Library patron Sasha Smith is the mother of a four-year-old son, Wren, and a one-year-old daughter, Juna. Without a vaccine for very young children during the COVID pandemic, Smith has had to be quite cautious about their activities.
Still, she has found Johnson County Library to be an incredible help in keeping her family engaged with fun books and enriching materials.
“The Library is an essential part of our family life,” Smith wrote in response to a recent Library patron survey on Facebook. “We check out picture books, kids’ and adults’ novels and nonfiction, music CDs and audiobooks. We spend hours every day interacting with Library content.”
Before the pandemic, Smith frequently took Wren to read and play at the Cedar Roe and Antioch Libraries. They particularly enjoyed the Storytime at Antioch with “Miss Dorian,” (retired Antioch Youth Information Specialist Dorian Assenmacher).
Smith hopes to resume those in-person Library visits soon but says that even during the pandemic “the Library Is still a focal point of our lives and an incredible resource.”
Smith grew up in Ohio and fondly recalls going to Storytimes crowded with kids as a child. Whenever she moved, one of the first things she did was get a Library card.
She met her husband while attending a master’s program in Counseling Psychology. About six years ago, they moved to Johnson County. They use the Cedar Roe branch regularly to pick up Holds, and they are prolific readers.
“We usually have about 100 books at a time,” Smith said. Most of those are for the children but Smith and her husband are also avid Library users. She has too many personal favorite books to count, but particularly highlights Gilead, by Marilynne Robinson and Wise Child, by Monica Furlong.
She has signed the kids up to attend some virtual events being offered through the Library’s “Oceans of Possibilities” Summer Reading program.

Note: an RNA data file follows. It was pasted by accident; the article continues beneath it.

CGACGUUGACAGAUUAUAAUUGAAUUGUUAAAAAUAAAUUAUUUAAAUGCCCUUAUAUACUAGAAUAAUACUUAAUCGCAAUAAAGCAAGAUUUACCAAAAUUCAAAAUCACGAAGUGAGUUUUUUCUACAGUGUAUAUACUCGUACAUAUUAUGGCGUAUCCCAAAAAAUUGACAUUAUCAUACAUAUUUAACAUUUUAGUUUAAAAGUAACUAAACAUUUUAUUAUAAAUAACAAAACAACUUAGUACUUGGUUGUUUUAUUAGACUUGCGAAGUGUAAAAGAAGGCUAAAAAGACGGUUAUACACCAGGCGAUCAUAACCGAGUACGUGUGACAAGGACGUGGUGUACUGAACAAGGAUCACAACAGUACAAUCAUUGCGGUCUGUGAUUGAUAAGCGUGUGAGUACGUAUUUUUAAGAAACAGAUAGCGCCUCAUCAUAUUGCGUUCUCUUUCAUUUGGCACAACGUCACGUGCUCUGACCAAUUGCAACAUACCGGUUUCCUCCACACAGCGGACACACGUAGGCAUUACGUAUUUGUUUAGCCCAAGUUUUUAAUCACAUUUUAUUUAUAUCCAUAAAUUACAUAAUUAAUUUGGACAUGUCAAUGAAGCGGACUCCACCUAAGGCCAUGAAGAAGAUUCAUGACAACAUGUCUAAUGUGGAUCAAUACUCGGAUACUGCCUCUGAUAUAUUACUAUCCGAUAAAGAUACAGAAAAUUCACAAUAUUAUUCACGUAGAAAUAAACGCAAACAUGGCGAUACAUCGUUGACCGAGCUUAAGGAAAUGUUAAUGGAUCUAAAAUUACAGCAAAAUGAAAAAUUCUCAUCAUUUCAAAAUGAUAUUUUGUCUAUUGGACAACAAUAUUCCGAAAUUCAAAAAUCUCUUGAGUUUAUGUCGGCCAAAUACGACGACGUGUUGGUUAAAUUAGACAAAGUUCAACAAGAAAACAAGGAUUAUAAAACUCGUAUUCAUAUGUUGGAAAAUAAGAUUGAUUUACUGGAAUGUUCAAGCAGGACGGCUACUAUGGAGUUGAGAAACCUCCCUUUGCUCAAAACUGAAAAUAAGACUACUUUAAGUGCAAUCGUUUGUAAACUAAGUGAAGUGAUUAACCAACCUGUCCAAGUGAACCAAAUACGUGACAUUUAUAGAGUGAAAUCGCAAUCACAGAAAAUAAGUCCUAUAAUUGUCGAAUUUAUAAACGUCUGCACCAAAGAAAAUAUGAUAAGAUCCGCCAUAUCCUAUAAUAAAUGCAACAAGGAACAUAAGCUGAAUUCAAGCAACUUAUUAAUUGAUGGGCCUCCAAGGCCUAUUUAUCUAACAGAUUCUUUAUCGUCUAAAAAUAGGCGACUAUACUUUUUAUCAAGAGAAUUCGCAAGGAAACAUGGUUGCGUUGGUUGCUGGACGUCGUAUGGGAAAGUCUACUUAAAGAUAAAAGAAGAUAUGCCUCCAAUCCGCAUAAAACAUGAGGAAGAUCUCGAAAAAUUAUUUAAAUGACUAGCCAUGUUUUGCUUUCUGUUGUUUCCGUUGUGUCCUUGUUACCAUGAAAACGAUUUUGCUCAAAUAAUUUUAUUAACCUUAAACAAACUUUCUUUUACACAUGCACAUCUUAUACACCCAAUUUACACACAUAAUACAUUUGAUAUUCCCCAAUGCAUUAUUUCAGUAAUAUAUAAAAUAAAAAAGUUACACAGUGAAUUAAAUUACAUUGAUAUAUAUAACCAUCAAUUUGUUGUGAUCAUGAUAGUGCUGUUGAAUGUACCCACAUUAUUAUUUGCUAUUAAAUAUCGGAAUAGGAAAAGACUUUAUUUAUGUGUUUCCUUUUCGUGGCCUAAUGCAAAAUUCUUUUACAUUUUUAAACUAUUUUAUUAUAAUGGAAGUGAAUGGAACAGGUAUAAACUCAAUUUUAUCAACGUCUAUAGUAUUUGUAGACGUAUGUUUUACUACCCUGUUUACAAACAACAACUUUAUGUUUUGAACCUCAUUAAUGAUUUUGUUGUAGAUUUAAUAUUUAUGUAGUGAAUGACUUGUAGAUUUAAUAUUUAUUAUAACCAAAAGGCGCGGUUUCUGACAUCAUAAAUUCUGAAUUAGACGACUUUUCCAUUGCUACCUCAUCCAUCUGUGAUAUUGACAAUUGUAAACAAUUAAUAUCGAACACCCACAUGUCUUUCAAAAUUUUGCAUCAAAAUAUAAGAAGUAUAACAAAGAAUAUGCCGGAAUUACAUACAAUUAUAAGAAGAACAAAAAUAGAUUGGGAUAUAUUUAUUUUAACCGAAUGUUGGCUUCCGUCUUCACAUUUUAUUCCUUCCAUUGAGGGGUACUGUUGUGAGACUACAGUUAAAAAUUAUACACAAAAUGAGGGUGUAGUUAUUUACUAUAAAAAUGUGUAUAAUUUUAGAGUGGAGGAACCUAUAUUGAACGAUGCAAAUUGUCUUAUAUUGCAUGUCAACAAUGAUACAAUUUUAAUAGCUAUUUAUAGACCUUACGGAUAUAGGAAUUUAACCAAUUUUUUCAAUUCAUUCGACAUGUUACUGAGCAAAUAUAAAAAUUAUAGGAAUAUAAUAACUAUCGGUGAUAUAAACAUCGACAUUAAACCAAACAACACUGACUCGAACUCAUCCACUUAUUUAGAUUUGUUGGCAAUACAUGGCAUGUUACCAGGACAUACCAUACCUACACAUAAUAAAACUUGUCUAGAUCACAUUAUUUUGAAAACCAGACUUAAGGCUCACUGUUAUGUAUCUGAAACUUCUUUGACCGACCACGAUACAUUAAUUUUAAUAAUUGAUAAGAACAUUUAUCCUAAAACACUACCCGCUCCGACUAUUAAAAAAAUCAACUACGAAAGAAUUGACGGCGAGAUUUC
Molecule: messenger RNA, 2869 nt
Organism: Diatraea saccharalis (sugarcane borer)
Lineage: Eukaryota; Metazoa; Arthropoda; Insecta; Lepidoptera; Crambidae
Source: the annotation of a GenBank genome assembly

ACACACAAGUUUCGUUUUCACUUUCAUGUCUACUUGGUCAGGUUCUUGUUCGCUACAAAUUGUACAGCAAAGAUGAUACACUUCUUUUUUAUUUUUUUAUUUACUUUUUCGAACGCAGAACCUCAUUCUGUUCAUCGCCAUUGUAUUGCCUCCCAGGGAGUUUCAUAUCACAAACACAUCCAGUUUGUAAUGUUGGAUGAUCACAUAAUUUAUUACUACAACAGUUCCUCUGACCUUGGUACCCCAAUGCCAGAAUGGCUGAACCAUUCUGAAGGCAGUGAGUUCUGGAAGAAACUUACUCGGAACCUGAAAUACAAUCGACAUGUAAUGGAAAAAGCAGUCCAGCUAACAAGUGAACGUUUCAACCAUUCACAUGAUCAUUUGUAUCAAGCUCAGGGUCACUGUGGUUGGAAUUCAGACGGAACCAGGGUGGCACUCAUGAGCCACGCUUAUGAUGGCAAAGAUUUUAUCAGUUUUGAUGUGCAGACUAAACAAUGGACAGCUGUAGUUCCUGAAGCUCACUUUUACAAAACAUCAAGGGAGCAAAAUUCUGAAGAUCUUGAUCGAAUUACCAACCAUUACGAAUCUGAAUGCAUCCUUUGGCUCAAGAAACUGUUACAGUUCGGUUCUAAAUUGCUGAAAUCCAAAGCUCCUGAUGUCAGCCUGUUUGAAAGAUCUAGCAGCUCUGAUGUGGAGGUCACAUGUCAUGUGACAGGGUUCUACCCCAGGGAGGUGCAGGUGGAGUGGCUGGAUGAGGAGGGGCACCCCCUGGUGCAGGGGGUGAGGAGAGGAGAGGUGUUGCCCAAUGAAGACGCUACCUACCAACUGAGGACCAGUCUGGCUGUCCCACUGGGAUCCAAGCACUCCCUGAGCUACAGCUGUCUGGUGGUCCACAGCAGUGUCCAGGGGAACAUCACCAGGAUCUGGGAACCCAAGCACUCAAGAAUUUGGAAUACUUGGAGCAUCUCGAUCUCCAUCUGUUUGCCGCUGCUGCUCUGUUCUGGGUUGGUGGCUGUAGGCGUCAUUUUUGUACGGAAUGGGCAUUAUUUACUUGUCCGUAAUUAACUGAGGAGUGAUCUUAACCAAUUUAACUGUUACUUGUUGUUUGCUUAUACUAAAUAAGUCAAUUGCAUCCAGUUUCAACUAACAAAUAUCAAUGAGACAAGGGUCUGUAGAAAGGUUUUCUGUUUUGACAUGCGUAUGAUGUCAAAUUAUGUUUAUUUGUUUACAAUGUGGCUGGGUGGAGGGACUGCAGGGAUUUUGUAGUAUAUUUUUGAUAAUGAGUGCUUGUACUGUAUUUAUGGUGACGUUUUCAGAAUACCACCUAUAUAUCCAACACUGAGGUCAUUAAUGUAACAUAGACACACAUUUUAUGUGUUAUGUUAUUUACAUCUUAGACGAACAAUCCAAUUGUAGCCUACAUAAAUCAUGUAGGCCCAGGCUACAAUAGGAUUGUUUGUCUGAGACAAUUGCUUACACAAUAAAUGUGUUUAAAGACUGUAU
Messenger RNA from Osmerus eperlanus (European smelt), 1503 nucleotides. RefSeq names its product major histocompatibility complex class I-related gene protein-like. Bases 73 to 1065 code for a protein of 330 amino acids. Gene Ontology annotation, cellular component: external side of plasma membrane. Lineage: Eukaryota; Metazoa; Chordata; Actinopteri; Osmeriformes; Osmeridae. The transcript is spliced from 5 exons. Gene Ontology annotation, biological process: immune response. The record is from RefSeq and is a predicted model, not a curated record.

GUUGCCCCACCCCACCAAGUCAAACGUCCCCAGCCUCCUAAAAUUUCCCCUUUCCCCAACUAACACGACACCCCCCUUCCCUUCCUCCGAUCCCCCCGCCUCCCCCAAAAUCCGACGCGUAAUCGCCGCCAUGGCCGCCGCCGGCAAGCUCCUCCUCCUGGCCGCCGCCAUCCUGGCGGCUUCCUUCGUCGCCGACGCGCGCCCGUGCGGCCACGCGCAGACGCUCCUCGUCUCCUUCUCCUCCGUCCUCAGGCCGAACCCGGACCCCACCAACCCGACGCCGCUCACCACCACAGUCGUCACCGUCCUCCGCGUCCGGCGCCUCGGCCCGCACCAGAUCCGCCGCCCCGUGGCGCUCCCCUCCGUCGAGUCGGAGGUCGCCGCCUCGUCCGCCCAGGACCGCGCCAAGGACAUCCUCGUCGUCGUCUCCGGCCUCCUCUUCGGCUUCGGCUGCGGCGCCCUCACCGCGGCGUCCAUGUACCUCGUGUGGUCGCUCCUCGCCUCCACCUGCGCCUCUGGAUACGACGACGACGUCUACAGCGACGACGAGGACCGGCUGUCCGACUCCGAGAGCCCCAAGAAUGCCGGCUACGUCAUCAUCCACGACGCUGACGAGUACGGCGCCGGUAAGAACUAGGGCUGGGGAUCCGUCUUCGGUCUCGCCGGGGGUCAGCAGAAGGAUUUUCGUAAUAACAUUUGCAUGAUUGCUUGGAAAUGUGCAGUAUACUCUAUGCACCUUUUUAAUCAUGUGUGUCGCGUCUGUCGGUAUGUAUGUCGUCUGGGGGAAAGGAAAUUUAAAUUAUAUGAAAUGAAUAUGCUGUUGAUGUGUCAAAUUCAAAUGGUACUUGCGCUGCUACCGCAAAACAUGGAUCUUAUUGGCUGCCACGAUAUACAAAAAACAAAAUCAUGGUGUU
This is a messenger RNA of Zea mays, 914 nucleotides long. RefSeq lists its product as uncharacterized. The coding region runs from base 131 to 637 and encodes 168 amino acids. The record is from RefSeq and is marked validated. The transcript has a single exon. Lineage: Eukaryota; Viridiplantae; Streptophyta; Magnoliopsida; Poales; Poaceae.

Smith finds out about Library events via the printed guides, website, email and Facebook. She learned a lot from Johnson County Library’s online parent education classes with author Julie Bogart.
While she is currently a stay-at-home mom, Smith is still keenly interested in community mental health, child development and education, and she appreciates Johnson County Library’s commitment to all those services.
She sees the Library branches as places that nurture community mental health and wellness just as much as counseling centers do.
“I think it’s been such a great resource for us as parents and people living through a global pandemic,” she said. “And such an amazing resource for the community: a place to hang out, charge your phone, enjoy heating or air conditioning, get resume help or job support. They offer so many amazing programs.”
She is eager for the day when it’s once again safe for her to visit Cedar Roe’s cozy children’s area with her kids, and when they can take advantage of other in-person opportunities.
“Probably as soon as the kids are vaccinated,” she said, “the Library is the first place I want to take them.”